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16.04.2010

Exports by air uncertain

‘We have seven tonnes of fresh fillets waiting at Keflavík airport to be flown abroad, but the situation is very uncertain at present, to say the least. We are in regular contact with our customers in Europe. If any possibilities appear, we will make full use of them, that is as long as our customers are happy with any solutions we can come up with,’ HB Grandi’s head of fresh fish sales Solveig Arna Jóhannesdóttir said. Exports of fresh fish by air are currently suspended while air traffic between Iceland and the rest of Europe has come to a halt due to volcanic activity.

The volcanic activity that broke out last Wednesday has already had far-reaching consequences that have been more serious than anything that had been anticipated. Although the eruption is considered relatively small, it has halted air traffic across Western Europe for more than two days. The volcanic ash has been carried through the jet stream south and east over mainland Europe and thousands of flights across an area reaching from northern Norway to Poland, Austria, Germany and France have been cancelled for security reasons.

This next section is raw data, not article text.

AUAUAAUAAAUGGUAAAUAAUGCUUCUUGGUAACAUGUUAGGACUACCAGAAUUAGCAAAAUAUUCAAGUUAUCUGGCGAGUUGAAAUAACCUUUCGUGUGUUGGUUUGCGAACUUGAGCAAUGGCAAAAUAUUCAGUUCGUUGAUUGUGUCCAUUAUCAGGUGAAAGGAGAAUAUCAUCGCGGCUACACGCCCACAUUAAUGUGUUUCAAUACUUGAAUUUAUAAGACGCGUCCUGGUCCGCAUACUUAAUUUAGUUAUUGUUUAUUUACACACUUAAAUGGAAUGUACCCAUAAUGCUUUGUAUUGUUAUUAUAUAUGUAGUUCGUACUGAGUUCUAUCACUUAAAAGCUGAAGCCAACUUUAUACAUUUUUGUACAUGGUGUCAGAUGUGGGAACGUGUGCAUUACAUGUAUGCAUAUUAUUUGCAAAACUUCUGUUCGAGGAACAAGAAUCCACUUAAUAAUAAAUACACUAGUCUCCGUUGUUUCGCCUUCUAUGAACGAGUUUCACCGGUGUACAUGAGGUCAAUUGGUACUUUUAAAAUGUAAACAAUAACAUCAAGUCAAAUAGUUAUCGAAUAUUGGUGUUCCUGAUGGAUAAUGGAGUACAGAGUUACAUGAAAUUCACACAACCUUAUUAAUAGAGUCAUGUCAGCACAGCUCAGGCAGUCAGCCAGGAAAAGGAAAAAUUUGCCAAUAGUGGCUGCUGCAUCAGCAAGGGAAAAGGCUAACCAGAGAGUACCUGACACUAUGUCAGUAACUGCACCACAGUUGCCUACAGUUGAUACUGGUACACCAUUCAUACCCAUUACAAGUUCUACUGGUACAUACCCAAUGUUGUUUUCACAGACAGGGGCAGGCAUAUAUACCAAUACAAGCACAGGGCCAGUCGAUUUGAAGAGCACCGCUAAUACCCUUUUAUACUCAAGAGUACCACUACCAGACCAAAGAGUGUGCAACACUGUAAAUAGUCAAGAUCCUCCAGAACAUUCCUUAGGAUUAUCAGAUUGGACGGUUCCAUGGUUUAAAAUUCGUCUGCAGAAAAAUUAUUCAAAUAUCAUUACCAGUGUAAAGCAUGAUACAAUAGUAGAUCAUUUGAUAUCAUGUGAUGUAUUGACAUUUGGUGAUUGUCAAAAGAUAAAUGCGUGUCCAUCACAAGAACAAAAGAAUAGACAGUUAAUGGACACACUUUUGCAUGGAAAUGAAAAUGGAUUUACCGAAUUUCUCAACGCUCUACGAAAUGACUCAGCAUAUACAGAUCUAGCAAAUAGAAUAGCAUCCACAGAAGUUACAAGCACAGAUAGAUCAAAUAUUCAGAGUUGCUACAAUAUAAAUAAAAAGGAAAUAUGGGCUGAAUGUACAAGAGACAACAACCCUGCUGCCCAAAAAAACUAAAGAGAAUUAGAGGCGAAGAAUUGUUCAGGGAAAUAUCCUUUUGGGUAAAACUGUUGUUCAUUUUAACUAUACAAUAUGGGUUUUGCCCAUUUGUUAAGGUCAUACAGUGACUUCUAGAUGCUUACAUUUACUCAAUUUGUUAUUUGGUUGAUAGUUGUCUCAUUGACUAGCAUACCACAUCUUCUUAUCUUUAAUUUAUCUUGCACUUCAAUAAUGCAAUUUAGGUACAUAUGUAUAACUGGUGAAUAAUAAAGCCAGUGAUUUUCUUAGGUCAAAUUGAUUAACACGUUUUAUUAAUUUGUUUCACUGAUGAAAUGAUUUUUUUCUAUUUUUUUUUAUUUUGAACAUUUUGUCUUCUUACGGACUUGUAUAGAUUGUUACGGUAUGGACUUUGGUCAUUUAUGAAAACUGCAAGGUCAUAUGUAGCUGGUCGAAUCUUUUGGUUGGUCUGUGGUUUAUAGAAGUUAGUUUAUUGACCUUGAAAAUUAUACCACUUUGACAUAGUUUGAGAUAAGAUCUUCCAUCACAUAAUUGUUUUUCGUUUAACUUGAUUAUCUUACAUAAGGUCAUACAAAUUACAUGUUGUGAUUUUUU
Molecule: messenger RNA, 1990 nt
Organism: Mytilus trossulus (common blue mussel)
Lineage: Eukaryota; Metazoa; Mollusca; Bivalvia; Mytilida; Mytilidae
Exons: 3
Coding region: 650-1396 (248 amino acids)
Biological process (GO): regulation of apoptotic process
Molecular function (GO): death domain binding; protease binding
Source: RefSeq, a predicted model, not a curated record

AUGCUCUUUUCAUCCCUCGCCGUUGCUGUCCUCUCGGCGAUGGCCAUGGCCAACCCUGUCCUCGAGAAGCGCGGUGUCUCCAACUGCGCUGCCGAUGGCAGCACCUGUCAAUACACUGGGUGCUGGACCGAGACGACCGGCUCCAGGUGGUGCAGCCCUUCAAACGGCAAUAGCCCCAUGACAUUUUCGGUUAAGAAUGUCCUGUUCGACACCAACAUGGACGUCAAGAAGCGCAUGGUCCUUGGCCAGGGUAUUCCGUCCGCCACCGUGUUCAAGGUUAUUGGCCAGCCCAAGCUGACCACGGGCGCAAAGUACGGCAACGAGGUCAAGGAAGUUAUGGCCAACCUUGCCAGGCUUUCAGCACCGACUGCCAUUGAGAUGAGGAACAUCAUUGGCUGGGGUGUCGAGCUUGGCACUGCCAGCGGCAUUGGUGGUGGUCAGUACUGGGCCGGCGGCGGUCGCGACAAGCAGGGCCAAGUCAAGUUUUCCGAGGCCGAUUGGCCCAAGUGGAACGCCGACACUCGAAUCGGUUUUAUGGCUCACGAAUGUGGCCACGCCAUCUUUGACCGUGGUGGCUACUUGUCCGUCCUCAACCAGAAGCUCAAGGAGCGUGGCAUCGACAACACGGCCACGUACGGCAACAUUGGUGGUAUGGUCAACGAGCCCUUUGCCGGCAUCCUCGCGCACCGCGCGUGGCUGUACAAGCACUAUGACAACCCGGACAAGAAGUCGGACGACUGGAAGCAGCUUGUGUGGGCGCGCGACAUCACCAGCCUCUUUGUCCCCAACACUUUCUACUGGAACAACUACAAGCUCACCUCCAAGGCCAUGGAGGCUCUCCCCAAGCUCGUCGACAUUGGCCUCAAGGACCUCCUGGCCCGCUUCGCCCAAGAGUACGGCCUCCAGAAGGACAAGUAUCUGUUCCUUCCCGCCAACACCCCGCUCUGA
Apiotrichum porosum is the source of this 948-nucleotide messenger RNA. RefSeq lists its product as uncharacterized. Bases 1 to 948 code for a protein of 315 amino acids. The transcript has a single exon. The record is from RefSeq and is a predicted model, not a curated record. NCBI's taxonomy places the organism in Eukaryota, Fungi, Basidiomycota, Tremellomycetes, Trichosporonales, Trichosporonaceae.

‘Everything is uncertain right now. We were waiting yesterday for flights to be allowed again. We had some fresh fish that was to be sent with Bluebird and some that was to be shipped with Icelandair. Bluebird was given clearance to fly that was then recalled, so the fish is still at Keflavík airport,’ Solveig Arna Jóhannesdóttir said, and added that there was a possibility that there could be some flights to Scotland, but nothing had been confirmed.

‘We are keeping our options open. One is to ship it by air to whichever airport is most likely to be open and then by road to our customers. But this would need their approval. The problem is that a buyer who wants fresh fish today may well be less interested tomorrow. But the situation is made more complex as we are now getting to the point at which we need to make decisions on how to manage production here and for which markets we should be producing,’ Solveig Arna Jóhannesdóttir said.

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